Before there was Kimora Lee Simmons, Tyra Banks and Naomi Campbell, there was Naomi Sims.
Growing up in foster homes, towering over her classmates (except Phyllis Hyman) and living in a largely poor white neighborhood in Pittsburgh inspired Naomi Sims to strive to become “somebody really important”. Sims indeed became somebody really important.
Referred as the first black supermodel, Naomi Sims became such at a time when cultural perceptions of black Americans were being challenged by the civil rights movement and a renewed stress on racial pride.
Naomi Sims, whose appearance as the first black model on the cover of Ladies’ Home Journal in November 1968 was a consummate moment of the Black is Beautiful movement, died Saturday in Newark. She was 61.
She died of cancer, said her son, Bob Findlay.
Sims importance excelled beyond modeling. After five years, she retired from modeling and started a multimillion-dollar wig-making business that specialized in designs for black women. Ms. Sims also penned at least five books on beauty and modeling.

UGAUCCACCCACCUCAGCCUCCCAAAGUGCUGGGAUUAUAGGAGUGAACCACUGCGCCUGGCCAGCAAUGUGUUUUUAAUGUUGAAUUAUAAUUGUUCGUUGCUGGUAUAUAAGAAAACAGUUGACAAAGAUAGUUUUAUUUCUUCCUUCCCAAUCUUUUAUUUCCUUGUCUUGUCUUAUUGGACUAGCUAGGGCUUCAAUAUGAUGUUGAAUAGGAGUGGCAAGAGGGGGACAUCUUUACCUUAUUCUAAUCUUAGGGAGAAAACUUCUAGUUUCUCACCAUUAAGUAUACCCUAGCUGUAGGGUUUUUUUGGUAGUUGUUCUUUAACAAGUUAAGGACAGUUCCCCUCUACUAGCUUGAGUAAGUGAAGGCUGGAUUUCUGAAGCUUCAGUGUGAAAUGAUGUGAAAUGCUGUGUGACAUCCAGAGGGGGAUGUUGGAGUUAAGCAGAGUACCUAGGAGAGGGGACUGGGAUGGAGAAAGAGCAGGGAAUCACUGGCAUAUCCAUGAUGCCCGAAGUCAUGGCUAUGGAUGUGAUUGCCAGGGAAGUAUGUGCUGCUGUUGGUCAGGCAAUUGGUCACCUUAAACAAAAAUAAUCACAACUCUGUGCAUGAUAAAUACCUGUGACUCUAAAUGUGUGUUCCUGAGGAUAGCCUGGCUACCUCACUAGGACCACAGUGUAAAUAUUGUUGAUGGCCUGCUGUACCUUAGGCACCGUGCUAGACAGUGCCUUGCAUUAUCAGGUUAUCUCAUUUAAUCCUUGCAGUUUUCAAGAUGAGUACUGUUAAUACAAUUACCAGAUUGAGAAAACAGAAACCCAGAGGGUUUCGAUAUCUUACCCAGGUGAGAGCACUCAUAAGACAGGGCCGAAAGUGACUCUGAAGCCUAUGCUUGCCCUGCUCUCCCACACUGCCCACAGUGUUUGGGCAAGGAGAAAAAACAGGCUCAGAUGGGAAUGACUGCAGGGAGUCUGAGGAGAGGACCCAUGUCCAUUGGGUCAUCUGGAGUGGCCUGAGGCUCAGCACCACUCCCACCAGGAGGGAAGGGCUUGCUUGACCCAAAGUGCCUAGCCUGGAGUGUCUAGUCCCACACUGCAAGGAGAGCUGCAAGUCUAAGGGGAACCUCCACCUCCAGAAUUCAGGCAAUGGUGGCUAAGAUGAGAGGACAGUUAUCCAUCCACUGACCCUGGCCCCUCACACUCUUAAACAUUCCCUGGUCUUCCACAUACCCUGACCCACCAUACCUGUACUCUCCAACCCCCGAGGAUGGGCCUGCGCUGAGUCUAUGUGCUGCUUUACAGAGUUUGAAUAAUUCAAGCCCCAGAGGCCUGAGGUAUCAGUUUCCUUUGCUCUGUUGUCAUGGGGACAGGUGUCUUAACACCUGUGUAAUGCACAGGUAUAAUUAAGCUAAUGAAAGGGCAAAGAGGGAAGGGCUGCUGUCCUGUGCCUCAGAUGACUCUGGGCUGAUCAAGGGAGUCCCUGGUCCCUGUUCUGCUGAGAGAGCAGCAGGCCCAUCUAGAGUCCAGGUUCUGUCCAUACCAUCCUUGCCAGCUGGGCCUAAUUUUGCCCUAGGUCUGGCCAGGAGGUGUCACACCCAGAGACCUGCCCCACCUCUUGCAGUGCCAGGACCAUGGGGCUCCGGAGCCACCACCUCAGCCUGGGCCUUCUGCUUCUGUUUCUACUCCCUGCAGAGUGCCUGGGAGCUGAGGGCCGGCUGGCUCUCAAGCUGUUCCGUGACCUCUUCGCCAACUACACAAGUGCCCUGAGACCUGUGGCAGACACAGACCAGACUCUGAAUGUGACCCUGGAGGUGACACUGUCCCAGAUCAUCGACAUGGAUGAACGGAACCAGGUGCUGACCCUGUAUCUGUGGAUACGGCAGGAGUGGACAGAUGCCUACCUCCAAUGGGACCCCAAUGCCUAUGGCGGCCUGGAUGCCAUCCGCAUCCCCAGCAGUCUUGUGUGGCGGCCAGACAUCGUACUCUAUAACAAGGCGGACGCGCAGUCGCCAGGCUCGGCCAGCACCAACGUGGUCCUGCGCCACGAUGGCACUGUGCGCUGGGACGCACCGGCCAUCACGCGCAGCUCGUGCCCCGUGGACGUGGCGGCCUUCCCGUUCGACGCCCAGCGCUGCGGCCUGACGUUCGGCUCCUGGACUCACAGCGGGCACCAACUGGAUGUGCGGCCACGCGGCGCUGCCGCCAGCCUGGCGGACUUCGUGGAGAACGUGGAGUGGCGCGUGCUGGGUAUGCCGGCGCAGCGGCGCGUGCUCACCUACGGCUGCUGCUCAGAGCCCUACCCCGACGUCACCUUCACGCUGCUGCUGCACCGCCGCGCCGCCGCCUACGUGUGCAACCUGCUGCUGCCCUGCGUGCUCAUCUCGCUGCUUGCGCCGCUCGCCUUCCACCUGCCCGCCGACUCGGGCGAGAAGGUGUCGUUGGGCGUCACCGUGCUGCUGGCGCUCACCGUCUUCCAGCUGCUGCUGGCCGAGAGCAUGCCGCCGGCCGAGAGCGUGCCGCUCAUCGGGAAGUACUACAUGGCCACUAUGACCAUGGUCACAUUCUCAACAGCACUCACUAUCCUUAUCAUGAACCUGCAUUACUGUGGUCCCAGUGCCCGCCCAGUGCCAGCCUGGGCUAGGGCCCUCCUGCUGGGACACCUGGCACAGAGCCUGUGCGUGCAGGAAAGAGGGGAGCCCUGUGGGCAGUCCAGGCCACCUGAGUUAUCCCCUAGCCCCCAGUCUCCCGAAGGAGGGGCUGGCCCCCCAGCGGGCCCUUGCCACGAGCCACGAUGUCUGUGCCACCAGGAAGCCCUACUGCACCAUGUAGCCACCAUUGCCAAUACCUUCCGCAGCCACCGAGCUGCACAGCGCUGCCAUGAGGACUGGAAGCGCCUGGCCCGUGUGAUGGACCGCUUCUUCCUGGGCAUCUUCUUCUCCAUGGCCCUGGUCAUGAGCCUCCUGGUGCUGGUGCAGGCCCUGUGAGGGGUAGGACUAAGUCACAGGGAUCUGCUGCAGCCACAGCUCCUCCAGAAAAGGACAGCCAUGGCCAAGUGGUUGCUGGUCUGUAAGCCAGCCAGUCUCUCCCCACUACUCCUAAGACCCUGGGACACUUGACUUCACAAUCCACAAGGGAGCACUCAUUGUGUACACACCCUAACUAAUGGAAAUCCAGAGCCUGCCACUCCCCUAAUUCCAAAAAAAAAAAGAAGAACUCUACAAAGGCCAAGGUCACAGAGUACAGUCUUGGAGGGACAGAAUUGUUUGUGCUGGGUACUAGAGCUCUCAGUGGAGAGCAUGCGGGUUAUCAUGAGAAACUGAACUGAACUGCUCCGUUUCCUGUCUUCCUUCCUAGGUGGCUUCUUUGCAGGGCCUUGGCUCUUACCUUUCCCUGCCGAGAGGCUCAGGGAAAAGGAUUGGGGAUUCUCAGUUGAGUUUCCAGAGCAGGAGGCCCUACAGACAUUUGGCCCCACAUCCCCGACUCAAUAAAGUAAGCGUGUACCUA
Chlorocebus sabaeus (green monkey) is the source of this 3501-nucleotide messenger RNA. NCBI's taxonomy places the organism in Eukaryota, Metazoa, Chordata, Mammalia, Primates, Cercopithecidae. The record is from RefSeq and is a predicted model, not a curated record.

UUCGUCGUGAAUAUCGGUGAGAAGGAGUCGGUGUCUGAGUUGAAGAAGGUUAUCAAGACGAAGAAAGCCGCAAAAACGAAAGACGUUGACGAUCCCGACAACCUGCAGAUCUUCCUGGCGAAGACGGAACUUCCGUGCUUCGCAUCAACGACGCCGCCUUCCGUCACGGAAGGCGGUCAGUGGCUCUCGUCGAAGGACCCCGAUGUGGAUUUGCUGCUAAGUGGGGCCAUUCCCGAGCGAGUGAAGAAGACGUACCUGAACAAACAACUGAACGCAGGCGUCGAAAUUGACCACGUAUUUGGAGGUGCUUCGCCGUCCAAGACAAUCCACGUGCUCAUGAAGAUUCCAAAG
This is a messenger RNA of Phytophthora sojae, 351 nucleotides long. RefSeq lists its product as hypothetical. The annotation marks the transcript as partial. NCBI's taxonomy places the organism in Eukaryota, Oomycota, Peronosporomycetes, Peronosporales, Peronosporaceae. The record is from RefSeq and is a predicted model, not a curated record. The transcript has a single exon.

“Naomi was the first,” the designer Halston told The New York Times in 1974. “She was the great ambassador for all black people. She broke down all the social barriers.”
As a school girl growing up in Pittsburgh, Sims sang in the all city choir with the late Phyllis Hyman. Before her untimely death in 1995, Hyman expressed her admiration for Sims in the video below.
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